Police, Race And The Use Of Deadly Force

A police officer watches over demonstrators protesting the shooting death of teenager Michael Brown on August 13, 2014 in Ferguson, Missouri.  - Scott Olson/Getty Images

A police officer watches over demonstrators protesting the shooting death of teenager Michael Brown on August 13, 2014 in Ferguson, Missouri.

Scott Olson/Getty Images

Police, Race And The Use Of Deadly Force

Michael Brown’s death sparks a national conversation about what happens when police don’t reflect the communities they serve. As the Justice Department investigates police tactics across the country, we discuss new questions about police, race and the use of deadly force.

More than a week after the shooting of unarmed black teenager Michael Brown, the city of Ferguson, Missouri is still in turmoil. Protests became increasingly violent this weekend, prompting the governor to impose a midnight curfew and deploy the Missouri National Guard to the city. Brown’s death has reignited the anger of many who say minorities today are still disproportionately targeted by law enforcement. In the wake of several other recent deaths at the hands of police, there are also renewed calls for a review of when lethal force against civilians is justified. We discuss police tactics, minorities and the use of deadly force.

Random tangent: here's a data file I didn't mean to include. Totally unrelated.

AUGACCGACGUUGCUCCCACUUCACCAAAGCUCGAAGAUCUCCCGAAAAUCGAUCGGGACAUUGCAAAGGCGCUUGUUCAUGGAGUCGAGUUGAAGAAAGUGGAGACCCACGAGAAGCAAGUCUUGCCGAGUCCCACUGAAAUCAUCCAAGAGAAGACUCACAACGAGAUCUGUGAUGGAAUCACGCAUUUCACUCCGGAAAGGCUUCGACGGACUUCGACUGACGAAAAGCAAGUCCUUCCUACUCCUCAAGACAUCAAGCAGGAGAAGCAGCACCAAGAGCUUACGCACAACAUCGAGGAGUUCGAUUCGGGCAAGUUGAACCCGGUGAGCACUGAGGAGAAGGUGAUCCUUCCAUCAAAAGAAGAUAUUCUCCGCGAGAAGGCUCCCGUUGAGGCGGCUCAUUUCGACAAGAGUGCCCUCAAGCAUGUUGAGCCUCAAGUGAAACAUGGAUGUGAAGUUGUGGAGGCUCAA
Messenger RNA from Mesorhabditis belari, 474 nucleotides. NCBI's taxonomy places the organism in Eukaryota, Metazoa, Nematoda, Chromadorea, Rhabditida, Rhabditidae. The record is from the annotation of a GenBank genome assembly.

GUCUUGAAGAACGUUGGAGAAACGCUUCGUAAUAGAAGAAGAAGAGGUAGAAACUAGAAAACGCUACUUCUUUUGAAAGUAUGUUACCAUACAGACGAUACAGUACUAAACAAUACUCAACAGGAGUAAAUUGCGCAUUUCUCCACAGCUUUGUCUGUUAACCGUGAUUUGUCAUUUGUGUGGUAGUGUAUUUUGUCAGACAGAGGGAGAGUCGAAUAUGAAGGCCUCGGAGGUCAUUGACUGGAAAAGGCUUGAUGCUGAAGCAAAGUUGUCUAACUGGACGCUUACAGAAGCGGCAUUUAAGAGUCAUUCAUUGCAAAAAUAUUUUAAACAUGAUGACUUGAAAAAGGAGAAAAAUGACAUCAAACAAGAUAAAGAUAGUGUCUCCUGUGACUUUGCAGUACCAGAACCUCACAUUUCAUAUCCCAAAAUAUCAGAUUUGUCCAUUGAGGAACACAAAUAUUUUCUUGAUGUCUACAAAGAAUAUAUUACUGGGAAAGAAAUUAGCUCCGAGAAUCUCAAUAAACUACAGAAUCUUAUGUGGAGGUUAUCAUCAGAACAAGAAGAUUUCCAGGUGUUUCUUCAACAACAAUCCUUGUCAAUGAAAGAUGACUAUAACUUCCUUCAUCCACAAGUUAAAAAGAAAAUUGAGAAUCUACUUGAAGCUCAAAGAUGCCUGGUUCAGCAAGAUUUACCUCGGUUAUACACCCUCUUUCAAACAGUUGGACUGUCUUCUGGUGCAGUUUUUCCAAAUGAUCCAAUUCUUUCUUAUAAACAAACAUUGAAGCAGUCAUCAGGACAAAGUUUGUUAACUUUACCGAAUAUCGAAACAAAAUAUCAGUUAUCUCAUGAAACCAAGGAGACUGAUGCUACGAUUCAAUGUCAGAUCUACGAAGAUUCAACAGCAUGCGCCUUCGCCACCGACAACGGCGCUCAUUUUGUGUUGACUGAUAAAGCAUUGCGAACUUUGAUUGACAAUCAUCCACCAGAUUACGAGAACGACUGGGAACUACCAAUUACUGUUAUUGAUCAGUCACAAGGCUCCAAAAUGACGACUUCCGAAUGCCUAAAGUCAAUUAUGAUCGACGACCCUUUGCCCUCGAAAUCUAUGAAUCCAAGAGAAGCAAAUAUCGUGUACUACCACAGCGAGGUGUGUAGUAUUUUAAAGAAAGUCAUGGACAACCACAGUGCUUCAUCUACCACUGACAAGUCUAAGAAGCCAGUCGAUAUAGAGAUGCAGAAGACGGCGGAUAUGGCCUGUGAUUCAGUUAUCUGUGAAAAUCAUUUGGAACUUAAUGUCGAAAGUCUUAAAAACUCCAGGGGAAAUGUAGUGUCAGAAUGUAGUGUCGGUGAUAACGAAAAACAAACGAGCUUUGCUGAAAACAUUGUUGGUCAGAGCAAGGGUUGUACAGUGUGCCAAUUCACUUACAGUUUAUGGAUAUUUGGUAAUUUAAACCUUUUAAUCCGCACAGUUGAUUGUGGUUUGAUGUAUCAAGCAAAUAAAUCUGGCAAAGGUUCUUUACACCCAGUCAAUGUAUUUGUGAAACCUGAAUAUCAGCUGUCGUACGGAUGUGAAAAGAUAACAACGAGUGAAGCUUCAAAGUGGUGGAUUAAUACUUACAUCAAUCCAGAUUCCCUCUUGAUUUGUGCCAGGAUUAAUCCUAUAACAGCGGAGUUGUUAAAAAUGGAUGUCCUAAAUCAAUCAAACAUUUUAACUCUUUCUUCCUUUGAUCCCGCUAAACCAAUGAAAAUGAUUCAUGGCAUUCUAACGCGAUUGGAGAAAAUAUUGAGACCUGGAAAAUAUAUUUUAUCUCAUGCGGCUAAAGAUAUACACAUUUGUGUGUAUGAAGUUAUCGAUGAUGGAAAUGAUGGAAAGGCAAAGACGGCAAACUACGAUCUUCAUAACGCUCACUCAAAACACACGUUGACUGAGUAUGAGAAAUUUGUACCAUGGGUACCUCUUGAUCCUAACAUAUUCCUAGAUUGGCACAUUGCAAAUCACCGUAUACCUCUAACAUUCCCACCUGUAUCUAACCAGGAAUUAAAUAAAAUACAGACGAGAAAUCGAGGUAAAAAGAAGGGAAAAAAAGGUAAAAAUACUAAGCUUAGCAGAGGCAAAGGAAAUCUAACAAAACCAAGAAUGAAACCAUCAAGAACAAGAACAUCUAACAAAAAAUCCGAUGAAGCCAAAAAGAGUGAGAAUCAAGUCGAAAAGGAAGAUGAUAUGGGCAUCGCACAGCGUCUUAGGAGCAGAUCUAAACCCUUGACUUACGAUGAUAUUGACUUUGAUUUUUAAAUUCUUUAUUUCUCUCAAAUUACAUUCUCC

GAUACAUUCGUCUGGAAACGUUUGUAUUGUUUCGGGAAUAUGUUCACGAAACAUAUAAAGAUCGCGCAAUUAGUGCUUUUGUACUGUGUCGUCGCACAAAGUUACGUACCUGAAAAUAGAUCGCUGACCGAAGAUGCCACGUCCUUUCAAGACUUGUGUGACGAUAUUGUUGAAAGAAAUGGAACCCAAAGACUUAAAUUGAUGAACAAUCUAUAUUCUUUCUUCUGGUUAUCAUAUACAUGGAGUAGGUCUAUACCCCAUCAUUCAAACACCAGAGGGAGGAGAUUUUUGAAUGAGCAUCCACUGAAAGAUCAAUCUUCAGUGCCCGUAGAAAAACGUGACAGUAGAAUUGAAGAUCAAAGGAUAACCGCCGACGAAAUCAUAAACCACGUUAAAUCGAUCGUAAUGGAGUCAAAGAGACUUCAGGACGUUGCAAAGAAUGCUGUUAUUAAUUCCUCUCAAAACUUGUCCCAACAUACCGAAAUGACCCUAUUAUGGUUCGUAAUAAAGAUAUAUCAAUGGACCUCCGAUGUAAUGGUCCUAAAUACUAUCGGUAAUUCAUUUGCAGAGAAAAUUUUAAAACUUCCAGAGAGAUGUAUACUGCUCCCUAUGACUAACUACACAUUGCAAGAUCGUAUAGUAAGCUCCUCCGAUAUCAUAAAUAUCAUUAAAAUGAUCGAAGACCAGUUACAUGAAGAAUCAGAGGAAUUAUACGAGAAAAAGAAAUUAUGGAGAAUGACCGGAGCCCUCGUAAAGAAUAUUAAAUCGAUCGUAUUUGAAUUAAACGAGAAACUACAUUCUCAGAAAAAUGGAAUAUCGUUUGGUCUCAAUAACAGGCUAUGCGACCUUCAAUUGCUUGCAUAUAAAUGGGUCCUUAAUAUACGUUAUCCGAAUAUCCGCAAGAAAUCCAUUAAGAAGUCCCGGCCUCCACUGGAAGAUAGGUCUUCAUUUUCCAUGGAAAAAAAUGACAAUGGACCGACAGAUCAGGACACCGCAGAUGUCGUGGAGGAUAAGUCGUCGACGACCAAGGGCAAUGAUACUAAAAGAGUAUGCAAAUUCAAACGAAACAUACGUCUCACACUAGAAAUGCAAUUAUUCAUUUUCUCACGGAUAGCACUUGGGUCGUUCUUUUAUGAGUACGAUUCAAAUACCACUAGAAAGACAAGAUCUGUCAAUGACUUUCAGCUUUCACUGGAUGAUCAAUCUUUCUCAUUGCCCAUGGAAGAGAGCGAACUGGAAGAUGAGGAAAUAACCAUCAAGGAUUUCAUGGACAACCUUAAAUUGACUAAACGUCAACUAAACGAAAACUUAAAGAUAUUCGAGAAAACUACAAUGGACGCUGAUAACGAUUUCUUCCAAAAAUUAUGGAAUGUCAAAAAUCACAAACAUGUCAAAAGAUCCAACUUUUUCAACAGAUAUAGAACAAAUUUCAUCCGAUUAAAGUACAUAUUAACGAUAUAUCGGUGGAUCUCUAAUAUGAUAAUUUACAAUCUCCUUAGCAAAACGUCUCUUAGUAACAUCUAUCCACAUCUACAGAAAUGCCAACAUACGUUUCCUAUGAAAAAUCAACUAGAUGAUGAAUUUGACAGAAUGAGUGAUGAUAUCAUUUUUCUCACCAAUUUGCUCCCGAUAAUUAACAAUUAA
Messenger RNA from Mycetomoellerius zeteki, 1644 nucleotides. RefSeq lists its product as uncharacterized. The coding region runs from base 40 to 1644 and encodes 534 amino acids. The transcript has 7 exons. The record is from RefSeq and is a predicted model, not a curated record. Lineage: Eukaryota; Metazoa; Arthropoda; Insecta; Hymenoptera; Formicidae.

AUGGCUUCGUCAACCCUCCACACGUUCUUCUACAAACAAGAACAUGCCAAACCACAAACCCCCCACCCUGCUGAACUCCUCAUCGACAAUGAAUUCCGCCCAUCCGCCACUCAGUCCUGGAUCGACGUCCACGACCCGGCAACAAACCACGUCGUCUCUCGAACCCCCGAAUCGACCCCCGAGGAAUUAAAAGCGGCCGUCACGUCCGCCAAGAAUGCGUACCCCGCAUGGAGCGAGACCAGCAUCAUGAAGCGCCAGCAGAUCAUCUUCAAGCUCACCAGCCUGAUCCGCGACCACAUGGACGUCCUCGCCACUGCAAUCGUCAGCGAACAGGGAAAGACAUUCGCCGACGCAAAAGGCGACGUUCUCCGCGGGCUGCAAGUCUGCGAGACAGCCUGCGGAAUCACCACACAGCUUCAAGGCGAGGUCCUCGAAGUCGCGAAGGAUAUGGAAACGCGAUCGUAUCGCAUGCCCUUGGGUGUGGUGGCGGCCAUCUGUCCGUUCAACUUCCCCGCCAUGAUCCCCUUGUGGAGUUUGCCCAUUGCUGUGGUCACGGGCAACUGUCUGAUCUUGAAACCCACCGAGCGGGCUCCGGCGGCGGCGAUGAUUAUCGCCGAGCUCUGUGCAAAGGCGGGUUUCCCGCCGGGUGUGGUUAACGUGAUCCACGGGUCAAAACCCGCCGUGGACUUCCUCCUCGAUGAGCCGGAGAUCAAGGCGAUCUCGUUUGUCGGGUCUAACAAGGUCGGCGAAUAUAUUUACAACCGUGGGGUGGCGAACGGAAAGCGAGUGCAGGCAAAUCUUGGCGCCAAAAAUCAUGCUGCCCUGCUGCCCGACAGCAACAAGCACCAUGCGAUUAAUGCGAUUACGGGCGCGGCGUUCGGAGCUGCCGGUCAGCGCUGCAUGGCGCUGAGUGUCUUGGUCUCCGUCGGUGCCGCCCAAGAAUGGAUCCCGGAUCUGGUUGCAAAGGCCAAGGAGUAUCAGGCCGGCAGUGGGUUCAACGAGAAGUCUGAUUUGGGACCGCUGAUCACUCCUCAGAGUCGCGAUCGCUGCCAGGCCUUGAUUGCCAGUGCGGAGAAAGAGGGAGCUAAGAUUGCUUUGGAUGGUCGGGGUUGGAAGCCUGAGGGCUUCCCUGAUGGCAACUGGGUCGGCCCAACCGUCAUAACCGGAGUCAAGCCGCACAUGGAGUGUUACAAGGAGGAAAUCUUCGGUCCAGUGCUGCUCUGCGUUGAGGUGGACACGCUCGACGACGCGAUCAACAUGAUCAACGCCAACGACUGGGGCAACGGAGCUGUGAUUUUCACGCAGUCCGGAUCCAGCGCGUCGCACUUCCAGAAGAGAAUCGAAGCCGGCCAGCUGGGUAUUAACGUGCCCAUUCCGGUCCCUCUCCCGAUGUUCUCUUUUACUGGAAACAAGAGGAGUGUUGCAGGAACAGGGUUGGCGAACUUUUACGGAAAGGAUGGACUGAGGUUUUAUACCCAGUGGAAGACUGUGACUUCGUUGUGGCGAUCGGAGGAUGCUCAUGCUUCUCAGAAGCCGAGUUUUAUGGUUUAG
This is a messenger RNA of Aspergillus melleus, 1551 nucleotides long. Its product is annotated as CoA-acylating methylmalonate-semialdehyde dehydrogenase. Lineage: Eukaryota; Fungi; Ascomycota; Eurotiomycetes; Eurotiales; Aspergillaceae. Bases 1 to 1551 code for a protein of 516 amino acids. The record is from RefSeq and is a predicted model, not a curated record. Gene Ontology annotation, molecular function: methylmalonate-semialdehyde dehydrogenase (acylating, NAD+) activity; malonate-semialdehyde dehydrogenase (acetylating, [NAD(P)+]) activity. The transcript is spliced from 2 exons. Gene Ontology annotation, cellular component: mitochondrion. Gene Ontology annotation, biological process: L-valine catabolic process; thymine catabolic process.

Guests

Anthony Cook

professor of law, Georgetown University Law Center. He teaches courses in constitutional law, civil rights and African-American critical thought.

Devlin Barrett

reporter, security and law enforcement, The Wall Street Journal.

Andrew Ferguson

associate professor of law, University of the District of Columbia School of Law. He teaches and writes in the areas of criminal law, criminal procedure, and evidence.

Walter Olson

senior fellow, the Cato Institute Center for Constitutional Studies.

Rich Roberts

public information officer, the International Union of Police Associations. He served in law enforcement for many years before taking on his current role.

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